No, um. Facts and factuality do matter, in and of themselves. They matter very much indeed. As before, I agree with your emphasis on the subjective, I find that wise and insightful; but I disagree strongly with your curious idea that the subjective somehow overrides the objective, and that objectivity and facts are somehow unimportant. Like I’ve said before, I believe they’re two separate discussions, and it does not make sense to conflate them.

That said, and as long as the subjective does not pretend to override the objective, I do find it generally interesting. In case of your earlier link, because of what it had to say about RSSB, which we're all very familiar with, and also because of what it had to say about Sikhism. In this case not so much, because this is a lineage I am not familiar with, and no doubt there are lots and lots of them. But if you find something of this kind that you think is interesting, then by all means do post it, um. The subject in general does interest me, although some specifics draw me more than others, as far as the cultural aspect of it I mean to say. But of course, the main question is, whether any of this actually amounts to anything at all. And that is a "hard" question, not a "soft" one; an objective question, not a subjective one (even though "Realizations" are essentially subjective, even then); an outside-the-house quesiton, not an inside-the-house one.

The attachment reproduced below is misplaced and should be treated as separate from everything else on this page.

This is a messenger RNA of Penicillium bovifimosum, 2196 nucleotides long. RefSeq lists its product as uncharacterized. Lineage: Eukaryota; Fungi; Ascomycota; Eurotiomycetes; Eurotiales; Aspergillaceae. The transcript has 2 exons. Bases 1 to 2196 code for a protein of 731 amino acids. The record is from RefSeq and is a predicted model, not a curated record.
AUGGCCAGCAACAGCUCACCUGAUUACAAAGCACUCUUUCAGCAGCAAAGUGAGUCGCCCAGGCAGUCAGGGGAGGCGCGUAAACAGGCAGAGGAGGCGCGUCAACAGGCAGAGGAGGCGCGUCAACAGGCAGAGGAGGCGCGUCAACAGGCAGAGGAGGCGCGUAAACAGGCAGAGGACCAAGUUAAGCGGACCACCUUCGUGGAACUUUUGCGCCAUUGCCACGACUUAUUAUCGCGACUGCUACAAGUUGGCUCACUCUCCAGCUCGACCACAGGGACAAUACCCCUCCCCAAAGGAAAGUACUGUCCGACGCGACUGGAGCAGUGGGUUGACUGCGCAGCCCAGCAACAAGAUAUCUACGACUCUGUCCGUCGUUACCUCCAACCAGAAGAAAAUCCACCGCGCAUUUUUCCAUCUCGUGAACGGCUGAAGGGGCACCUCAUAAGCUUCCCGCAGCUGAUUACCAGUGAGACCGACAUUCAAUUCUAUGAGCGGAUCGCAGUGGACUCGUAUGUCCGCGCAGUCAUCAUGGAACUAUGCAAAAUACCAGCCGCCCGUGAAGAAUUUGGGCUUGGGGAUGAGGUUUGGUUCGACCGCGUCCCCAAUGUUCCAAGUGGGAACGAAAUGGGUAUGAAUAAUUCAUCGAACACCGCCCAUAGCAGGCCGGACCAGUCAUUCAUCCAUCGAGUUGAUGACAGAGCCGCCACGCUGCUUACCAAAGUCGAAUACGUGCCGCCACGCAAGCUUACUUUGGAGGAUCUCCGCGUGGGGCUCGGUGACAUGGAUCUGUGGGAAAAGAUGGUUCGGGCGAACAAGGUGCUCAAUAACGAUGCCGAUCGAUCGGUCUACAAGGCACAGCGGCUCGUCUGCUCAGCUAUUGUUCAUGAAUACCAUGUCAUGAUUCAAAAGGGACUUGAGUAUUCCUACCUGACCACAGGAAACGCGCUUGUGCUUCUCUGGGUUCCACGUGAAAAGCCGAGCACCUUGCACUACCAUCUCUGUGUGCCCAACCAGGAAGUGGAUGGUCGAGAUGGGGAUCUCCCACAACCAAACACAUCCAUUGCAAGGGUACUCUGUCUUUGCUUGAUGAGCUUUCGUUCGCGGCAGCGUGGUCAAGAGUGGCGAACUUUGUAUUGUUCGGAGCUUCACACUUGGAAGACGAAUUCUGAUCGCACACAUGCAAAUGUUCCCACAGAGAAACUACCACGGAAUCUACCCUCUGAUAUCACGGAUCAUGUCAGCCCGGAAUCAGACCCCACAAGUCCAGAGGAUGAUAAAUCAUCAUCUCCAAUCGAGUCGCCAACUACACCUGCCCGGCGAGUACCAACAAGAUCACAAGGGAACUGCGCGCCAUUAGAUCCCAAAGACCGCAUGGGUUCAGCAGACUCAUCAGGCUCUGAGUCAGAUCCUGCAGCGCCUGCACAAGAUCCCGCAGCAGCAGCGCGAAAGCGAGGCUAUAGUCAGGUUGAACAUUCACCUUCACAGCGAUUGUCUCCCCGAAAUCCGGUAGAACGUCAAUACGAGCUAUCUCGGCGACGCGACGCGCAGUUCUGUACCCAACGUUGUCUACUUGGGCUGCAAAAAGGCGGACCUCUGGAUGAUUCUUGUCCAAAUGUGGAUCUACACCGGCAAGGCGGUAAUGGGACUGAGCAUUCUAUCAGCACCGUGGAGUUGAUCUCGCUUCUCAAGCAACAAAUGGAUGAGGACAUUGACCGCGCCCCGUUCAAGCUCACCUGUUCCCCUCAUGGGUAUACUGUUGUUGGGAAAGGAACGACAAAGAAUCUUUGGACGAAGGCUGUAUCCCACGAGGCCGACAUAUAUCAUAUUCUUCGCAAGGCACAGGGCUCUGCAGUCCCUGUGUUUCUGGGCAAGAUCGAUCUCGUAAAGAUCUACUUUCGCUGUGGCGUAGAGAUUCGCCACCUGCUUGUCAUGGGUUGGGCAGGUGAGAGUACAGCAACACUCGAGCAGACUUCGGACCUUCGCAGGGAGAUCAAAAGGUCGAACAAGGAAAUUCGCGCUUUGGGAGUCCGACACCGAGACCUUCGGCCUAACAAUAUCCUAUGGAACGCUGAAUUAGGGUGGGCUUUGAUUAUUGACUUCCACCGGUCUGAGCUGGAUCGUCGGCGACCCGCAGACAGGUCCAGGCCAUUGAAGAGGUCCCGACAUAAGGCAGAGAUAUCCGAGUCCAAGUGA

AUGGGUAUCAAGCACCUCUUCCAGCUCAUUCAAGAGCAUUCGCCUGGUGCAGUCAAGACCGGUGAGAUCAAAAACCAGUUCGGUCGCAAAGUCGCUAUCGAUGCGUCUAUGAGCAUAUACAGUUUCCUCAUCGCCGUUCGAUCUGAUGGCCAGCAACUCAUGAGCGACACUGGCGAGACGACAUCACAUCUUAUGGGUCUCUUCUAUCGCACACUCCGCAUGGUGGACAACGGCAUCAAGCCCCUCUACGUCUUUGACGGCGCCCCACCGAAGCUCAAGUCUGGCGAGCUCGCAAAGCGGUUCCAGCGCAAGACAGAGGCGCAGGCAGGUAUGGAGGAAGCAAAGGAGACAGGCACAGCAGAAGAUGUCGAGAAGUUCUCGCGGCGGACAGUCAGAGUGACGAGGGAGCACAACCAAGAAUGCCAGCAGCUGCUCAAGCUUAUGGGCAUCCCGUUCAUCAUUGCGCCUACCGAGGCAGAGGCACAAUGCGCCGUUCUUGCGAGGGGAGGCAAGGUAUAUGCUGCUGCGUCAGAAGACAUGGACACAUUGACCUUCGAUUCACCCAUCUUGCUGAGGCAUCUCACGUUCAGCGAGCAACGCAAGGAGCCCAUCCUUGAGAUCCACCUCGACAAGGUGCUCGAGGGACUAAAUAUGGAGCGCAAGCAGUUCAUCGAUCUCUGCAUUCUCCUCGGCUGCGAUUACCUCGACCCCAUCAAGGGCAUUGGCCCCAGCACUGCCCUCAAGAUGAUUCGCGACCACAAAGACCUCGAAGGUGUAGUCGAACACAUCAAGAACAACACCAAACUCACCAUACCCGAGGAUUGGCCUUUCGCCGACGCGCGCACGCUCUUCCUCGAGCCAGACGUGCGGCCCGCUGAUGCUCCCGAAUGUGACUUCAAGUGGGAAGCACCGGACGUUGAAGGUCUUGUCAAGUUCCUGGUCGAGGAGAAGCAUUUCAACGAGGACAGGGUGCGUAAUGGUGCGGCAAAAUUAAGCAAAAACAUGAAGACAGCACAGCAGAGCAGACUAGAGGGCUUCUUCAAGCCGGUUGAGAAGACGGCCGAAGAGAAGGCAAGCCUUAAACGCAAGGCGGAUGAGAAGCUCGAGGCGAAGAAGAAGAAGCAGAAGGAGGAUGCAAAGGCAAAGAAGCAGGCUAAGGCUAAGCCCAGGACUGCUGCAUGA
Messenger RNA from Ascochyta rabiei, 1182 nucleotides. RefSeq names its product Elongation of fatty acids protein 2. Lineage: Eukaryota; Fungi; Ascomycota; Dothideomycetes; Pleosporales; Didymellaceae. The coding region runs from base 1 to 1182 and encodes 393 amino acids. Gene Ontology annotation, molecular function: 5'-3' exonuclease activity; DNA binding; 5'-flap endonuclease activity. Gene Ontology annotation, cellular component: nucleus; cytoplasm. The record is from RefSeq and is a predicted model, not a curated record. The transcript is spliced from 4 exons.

@ AR

Whatever i am conveying is all to be found in the narrative of Layla an Jamun.

The ladu missed everything to would make her attractive as a bride. In the narrative his friends pass by stressing one by one these conditions for marring some one.
Jamun, is pleased by the effort of his friends put in to care for his welfare in warning him.
He is not blind, he knows what his friends are talking about, things that all have meaning in the street, in the light of the world.
His heart goes out to her and he tries, in vain, to explain to them what she means for him, what her presence does provokes in him.